This is the one we hear most. Maybe it resonates with you and the clients you work with in your practice. Clients know they can do more; heck, they can feel it in their bones. They want to do more, but their managers don’t recognize it in them and/or they are grossly under-employed. They stay with what they know. We have clients who annually reach out saying “This is the year I’ll make the change,” and then another year goes by. They are so busy at their jobs that they forget to work on their careers.

Not all clients understand the distinction between a job and a career. As career professionals we teach our clients that they have a job (a place where they go every day and the employer pays them to do work towards the mandate,  vision, or bottom-line of the business). These clients also have careers that need management and fostering.

Many people think if they have a job they’re good; they don’t need to think about their career because they have a job. That’s not always true. Jobs come and go. Employers lay off employees, emergency family situations arise – there are all kinds of reasons why it’s important that careers be carefully and mindfully managed.

Feeling Overwhelmed / Burned out

There were quite a few clients this year that worked really hard and felt that regardless of what they did, their employers had no issue at all asking them for more, and more, and more! There was little, if any, appreciation, gratitude, or validation of their efforts, which left a bad taste with these clients. Each knew they were amazingly talented and that someone somewhere could put their talents to good use (and value and appreciate the work being contributed).

We loved seeing a number of these clients go on to find meaningful, joyful work where their new employers were glad to have them, and they felt valued for their contributions.

Career Professionals Can Help!

As your clients are getting back to work in this new year, encourage them to think about whether any of these five situations exist at their places of work. In many cases, there are solutions to help minimize the negative effects on them; talking with a career professional is the first step. In other cases, it may be time for them to make their mental and physical well-being a priority and leave a toxic work environment.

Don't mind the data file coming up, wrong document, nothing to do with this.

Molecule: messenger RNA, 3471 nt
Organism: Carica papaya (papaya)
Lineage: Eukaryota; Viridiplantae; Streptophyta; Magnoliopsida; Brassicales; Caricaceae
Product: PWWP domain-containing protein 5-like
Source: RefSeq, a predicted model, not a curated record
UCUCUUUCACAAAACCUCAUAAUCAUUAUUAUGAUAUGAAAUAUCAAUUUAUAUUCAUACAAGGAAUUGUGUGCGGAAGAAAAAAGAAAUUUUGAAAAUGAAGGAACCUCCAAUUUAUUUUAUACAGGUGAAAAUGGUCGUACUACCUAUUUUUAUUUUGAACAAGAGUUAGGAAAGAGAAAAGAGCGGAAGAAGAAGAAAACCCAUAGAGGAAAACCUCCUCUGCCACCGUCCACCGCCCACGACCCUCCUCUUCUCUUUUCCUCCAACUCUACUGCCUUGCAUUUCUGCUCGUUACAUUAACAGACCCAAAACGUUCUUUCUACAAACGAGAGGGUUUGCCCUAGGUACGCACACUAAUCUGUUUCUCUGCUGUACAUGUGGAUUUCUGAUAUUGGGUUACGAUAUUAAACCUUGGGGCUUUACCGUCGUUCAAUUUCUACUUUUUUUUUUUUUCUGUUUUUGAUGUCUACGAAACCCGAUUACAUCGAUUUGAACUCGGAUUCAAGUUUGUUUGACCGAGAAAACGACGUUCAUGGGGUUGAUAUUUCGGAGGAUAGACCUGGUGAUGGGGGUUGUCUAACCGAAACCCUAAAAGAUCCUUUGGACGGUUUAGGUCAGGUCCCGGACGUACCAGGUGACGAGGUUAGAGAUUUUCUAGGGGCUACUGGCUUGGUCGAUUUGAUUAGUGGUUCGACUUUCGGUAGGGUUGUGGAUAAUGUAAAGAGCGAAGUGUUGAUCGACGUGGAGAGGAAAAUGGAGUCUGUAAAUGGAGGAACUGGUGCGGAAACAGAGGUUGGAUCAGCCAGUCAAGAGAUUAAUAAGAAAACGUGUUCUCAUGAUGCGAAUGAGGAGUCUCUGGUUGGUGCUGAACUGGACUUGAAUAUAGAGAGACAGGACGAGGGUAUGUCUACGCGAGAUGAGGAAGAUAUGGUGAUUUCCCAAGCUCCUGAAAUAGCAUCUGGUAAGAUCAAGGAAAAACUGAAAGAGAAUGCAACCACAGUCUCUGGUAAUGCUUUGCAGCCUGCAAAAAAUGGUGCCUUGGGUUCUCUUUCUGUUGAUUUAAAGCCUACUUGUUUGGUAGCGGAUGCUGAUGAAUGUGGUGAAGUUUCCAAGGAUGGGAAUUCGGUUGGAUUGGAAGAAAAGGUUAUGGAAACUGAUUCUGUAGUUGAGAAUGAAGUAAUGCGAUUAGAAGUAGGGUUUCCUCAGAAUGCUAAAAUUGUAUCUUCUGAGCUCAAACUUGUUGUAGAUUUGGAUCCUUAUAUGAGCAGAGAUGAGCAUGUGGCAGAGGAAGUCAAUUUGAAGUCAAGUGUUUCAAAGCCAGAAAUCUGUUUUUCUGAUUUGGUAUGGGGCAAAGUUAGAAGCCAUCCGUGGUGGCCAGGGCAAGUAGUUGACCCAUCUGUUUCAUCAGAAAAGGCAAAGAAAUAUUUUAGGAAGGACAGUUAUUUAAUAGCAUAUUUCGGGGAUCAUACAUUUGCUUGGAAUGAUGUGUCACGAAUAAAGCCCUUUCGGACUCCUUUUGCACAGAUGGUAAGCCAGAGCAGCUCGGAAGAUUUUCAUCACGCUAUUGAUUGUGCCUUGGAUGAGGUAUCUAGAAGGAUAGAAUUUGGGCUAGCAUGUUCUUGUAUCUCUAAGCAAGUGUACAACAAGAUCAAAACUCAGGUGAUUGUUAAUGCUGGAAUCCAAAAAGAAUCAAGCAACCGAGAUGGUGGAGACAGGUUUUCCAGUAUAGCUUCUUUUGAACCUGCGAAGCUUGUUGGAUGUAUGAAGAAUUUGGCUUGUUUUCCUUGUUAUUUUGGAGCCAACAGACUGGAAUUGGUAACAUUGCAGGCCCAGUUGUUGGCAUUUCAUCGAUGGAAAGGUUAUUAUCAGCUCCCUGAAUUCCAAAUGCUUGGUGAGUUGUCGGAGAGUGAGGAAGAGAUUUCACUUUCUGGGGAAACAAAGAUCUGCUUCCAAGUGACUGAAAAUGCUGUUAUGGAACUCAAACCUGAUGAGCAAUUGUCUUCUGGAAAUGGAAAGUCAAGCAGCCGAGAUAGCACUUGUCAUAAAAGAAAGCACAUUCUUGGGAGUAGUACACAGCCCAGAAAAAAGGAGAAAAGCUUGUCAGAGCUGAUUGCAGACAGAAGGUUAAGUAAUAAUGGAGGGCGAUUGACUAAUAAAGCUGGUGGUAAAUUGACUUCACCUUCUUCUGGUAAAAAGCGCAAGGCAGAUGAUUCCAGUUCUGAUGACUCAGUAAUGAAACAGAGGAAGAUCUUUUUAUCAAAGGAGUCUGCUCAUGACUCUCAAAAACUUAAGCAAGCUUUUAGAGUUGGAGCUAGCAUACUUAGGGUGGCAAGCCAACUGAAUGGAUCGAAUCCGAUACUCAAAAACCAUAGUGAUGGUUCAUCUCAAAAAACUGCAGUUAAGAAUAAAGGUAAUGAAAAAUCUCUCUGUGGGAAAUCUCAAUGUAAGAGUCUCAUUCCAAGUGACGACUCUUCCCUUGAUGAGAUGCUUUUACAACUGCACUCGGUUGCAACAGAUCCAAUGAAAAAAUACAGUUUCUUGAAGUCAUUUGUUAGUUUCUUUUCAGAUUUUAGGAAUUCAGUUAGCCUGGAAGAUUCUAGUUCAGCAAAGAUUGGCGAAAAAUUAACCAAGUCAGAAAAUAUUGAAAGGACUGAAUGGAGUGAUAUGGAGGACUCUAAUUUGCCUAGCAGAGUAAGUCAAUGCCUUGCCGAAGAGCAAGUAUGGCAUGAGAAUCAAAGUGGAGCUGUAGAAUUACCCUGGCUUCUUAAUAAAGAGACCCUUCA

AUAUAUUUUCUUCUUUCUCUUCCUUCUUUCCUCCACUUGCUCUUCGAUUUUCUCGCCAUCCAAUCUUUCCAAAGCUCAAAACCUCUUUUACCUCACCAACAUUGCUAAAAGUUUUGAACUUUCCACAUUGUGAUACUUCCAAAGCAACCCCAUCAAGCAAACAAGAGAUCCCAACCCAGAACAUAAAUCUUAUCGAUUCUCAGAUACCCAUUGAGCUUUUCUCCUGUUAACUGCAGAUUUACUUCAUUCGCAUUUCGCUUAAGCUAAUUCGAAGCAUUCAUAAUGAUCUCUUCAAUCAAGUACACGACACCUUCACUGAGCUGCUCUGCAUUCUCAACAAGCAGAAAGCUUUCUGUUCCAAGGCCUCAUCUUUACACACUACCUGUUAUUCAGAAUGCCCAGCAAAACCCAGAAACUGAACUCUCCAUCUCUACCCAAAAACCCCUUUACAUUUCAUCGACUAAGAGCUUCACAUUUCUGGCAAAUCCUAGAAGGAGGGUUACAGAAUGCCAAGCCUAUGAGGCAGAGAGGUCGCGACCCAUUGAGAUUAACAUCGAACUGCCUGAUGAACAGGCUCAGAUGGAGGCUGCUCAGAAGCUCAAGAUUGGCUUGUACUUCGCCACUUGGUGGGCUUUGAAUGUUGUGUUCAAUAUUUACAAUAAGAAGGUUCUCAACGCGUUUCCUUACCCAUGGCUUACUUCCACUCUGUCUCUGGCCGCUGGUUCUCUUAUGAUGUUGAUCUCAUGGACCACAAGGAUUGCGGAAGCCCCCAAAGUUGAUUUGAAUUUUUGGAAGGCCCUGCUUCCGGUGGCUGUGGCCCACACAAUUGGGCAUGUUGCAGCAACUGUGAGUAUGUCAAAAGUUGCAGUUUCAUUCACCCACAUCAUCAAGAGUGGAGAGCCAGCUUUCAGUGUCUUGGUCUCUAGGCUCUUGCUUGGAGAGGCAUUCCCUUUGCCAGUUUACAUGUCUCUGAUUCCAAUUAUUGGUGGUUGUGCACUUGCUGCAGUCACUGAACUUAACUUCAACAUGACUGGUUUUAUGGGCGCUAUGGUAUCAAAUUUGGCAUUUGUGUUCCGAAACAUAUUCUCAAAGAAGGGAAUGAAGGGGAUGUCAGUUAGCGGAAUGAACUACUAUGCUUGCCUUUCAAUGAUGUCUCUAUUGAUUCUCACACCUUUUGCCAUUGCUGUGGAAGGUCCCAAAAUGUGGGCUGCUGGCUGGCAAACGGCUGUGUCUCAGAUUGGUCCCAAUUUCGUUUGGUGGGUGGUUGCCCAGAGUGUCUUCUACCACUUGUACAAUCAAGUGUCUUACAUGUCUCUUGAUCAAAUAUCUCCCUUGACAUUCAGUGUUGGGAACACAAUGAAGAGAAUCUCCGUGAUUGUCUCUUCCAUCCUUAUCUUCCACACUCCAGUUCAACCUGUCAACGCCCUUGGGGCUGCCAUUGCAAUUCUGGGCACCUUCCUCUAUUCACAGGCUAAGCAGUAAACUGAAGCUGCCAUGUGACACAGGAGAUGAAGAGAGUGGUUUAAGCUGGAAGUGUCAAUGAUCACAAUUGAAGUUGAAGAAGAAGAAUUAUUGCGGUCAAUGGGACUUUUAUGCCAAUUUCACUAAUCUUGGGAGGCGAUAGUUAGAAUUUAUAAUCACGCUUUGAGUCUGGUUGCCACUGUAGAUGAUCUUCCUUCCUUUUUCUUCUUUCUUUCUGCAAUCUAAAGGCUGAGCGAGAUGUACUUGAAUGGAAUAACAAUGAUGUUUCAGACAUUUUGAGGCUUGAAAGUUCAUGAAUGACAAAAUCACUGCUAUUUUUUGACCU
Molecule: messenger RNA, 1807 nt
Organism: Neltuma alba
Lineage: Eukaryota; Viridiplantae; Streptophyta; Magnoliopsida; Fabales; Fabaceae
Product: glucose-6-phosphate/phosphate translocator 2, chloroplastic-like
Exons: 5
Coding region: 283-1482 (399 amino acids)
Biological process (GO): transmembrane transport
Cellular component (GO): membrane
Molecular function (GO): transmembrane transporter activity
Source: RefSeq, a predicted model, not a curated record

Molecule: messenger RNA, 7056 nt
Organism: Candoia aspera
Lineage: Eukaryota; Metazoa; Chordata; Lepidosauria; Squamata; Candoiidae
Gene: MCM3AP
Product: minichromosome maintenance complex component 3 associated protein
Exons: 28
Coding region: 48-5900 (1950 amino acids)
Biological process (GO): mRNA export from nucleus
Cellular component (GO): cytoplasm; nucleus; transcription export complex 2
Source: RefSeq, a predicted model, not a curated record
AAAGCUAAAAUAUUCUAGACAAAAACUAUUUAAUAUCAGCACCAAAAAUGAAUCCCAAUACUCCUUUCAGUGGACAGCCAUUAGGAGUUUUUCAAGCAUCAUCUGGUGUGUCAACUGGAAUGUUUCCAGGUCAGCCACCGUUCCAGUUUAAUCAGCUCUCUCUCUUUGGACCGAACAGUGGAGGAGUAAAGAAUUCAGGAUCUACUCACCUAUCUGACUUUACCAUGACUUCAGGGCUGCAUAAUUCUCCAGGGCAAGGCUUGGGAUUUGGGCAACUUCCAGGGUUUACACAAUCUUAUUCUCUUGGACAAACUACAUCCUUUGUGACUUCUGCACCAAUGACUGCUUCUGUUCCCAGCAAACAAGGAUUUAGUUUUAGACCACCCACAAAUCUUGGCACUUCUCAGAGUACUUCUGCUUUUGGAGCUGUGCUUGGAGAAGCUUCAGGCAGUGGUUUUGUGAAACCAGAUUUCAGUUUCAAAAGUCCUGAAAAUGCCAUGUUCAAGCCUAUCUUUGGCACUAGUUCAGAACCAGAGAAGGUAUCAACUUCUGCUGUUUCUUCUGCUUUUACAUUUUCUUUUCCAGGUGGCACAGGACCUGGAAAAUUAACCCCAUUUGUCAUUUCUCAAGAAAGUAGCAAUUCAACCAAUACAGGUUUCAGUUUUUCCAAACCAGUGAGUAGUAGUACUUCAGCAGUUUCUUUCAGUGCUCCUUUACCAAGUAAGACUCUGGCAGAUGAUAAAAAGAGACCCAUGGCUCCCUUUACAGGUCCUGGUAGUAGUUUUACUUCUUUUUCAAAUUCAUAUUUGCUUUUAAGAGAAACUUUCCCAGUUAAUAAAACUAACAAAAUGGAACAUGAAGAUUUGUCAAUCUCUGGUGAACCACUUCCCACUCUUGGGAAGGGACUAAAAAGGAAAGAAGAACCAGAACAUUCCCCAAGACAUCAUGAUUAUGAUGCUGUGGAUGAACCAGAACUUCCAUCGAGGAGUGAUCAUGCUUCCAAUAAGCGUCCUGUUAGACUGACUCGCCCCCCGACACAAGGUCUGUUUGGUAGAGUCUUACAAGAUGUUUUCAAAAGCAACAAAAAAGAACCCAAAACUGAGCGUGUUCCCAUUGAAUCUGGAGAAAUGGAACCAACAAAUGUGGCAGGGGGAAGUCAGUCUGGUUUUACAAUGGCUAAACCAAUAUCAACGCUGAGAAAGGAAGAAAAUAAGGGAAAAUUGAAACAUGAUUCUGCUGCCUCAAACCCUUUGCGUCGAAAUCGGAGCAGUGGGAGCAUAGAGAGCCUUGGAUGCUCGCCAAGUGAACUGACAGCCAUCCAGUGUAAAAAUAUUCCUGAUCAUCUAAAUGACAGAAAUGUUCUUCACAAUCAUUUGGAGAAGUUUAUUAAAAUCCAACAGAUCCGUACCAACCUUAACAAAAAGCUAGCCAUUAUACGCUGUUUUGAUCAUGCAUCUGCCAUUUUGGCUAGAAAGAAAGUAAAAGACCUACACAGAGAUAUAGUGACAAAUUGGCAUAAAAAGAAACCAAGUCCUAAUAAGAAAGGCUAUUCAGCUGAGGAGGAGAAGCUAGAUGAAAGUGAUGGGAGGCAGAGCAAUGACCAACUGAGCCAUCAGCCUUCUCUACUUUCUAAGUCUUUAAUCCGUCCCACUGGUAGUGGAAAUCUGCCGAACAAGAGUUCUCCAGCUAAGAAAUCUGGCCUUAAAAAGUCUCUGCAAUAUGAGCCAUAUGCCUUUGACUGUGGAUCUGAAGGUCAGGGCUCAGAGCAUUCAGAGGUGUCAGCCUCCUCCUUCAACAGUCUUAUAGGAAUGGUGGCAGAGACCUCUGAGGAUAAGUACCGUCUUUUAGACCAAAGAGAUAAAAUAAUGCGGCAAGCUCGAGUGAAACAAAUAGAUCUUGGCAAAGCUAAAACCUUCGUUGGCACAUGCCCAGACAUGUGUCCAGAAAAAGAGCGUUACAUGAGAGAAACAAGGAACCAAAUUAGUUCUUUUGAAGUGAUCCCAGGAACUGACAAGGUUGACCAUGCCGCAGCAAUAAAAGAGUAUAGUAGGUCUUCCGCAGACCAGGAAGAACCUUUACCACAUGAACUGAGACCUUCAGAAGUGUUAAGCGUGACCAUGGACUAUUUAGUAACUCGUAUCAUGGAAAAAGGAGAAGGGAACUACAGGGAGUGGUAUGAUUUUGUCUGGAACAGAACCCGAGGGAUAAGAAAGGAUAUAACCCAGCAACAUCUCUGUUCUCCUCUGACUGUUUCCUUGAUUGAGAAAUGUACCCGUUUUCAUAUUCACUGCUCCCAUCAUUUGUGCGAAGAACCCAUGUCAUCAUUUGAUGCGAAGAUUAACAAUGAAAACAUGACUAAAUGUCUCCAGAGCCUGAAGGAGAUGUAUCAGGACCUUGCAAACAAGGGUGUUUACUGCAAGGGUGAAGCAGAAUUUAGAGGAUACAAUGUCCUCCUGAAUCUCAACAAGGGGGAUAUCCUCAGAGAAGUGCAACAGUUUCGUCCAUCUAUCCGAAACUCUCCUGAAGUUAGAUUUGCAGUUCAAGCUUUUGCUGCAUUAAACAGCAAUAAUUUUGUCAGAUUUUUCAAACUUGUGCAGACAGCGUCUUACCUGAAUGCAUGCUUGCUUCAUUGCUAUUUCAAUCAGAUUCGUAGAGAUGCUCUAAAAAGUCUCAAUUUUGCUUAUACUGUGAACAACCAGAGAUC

That’s where we, as certified career practitioners, can help. There’s proven value in hiring a career professional.

 

Comments

  1. Working with a career professional gives hope to those jobseekers looking to move forward and explore other opportunities but paralyzed by the process. Like many things in life, some things are just too big and overwhelming to tackle alone and require the contribution of a trained professional to guide one along the path.

  2. …sometimes, for our clients, knowing there is someone to listen is all a client may need to feel supported enough to trust themselves, their instincts and what they know to be true.

    Often they look around and see others at work who are content; they then question themselves: “why can’t I make this work? what’s wrong with me?” When in fact there is nothing wrong with them, they are simply out of alignment with what they WANT to be doing.

    You’re right Christine, that may take a trained professional to help them see and understand. Thanks for reading this post and sharing your comment.

  3. Another issue that I have run into with unhappy clients is that ” the grass always looks greener on the other side.” Researching career options and the labour market by doing informational interviews, clients can receive a reality check and re-evaluate their situation. Sometimes small changes are negotiated within their current employment for them to regain their enthusiasm for their work.

    Thanks for the article – I have run into all of these common problems over the years.